Thursday, June 30, 2011

Case-Mate Barely There case for HTC Incredible S

The famous Case-Mate Barely There is a kind of hard plastic shell for mobile phone to protect the phone from scratch, minor impact/drop, etc.

As its name suggested, it fits to the phone perfectly and we can barely feel its existence especially when see from distance.

I have been putting Case-Mate Barely There case on my HTC Incredible S phone the next day after I got the phone. It is very easy to put on and also very easy to take off.

To let you have a better idea of how it looks like, I have taken picture of the case putting together with the naked phone side-by-side.

The front:

And the back:

This is how the phone looks like after putting on the case:

As you can see, Case-Mate Barely There fits nicely to the phone, maintaining the slim profile of HTC Incredible S and provide good access to all the ports, sensors, speakers, buttons, cameras and functions of the phone.

Case-Mate Barely There also provides good protection to the main camera of the phone. As you can see from the 2nd photo above, the back camera's glass surface of HTC Incredible S will have contact to the table surface it lies on when you put the phone facing up. Imagine that glass surface keeps on knocking your table whenever your phone vibrates. Take a look at the 3rd photo, and you will find how Case-Mate Barely There protects the back camera.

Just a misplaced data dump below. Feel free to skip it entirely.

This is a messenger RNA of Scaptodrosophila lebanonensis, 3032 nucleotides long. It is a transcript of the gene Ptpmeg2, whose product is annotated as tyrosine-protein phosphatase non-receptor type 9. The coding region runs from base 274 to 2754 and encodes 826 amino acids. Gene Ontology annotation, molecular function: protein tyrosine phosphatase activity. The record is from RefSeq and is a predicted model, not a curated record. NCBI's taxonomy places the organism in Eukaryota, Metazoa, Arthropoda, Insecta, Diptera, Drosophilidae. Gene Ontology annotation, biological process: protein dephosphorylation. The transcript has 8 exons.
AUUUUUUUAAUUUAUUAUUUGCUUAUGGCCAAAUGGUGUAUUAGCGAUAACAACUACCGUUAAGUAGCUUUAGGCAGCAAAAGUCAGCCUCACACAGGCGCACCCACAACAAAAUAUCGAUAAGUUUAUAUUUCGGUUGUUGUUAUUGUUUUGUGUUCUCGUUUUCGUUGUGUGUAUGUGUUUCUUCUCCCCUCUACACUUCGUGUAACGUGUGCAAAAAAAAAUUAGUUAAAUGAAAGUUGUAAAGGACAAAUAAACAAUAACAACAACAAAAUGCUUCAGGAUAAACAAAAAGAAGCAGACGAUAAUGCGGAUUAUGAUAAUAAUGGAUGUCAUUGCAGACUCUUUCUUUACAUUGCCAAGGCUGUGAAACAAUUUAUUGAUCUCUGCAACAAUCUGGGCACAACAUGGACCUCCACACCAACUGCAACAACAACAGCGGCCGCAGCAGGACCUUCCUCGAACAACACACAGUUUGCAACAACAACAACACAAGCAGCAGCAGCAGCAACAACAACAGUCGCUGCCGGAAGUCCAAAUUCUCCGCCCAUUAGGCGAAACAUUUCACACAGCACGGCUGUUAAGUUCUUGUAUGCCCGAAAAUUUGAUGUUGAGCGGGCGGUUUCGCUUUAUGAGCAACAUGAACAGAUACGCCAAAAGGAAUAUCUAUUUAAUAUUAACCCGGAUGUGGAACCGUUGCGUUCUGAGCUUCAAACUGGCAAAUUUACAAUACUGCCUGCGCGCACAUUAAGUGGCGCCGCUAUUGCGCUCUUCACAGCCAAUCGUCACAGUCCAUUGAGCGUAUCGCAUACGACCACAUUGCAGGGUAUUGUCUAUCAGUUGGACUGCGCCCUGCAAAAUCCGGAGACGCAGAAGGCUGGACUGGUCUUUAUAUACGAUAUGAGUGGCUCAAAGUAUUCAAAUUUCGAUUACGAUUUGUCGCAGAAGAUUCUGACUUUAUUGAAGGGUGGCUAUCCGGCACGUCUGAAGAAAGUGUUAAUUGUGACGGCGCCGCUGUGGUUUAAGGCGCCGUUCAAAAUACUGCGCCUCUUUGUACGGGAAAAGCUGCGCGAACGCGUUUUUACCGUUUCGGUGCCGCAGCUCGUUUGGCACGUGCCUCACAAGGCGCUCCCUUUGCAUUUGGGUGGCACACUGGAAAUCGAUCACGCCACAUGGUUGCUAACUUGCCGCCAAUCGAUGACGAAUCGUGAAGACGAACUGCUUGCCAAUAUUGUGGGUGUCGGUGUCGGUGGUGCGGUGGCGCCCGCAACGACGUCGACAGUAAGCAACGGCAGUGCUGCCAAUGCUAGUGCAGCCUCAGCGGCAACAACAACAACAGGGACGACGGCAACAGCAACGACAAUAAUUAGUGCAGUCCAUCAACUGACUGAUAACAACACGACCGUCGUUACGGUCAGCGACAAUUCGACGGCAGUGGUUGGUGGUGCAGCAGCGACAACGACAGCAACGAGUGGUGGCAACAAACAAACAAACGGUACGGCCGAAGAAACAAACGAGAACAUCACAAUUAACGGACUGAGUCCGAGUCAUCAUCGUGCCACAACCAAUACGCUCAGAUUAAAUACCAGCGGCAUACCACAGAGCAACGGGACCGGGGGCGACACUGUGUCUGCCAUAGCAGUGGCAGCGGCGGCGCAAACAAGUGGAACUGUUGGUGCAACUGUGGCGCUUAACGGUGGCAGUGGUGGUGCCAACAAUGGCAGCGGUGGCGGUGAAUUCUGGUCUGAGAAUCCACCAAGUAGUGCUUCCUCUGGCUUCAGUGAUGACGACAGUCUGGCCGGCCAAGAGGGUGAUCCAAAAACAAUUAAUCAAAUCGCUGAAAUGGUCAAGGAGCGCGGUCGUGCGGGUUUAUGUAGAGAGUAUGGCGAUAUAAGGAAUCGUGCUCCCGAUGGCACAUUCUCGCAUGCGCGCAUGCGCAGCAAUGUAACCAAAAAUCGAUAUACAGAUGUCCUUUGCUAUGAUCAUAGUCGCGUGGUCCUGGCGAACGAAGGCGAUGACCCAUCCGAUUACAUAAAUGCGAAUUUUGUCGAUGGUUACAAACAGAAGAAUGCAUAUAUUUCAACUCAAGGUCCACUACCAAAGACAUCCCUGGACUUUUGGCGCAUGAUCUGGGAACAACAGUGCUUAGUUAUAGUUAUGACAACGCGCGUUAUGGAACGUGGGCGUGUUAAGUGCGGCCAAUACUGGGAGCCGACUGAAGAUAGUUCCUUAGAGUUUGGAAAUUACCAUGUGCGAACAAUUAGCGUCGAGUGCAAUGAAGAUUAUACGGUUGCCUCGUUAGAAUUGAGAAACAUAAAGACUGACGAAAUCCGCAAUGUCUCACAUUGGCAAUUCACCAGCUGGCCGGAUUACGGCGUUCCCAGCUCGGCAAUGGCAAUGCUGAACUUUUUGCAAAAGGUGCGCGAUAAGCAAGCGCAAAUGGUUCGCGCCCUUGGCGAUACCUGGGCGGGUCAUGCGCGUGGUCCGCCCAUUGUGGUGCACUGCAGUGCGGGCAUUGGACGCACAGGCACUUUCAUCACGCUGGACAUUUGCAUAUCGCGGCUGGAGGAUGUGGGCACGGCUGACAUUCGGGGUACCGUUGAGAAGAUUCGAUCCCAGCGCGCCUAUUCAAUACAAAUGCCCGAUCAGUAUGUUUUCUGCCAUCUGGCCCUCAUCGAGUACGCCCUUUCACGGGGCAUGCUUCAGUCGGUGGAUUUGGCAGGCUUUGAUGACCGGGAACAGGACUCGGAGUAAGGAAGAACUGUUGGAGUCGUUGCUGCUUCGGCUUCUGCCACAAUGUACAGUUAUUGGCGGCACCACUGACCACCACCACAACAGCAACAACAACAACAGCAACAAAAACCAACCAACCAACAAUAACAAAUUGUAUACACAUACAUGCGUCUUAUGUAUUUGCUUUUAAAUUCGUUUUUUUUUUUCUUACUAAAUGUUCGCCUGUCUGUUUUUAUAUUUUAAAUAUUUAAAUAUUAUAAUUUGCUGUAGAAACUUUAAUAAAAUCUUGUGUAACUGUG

The top edge of Case-Mate Barely There is of same level with the power button of HTC Incredible S. This will prevent accidental pressing the power button (and turn on the screen, which in turn drain out your battery) when your phone is in your pocket. However, this also makes pressing the power button a bit harder than naked phone.

The price of Case-Mate is quite expensive. I bought it at the cost of over RM60. However, you will find it worth the price considering its nice design, good quality and the "barely there" feeling.

The packaging of Case-Mate Barely There is bundled together with Case-Mate clear screen protector. However, you will soon find fingerprints and smudge developed on that screen protector. Therefore, my phone is using Clarivue ultra-thin matte anti-glare screen protector instead.

Sunday, June 26, 2011

Fixing Android unable to connect to WiFi network problem with FXR WiFi Fix And Rescue

Have you ever encountered these kind of WiFi network connection problem with your Android device?

  • Your Android device unable to detect the presence of a particular WiFi router/AP although SSID is broadcasted and all other wireless devices can detect and connect to the WiFi without problem
  • Your Android device's failed to obtain IP address from the WiFi router/AP and unable to start, although the WiFi DHCP service is running well with other wireless devices
  • Your Android device's WiFi service just unable to start
Normally, situations as above come at a sudden, and before that, your Android device has no issue at all connecting to that particular WiFi all the while.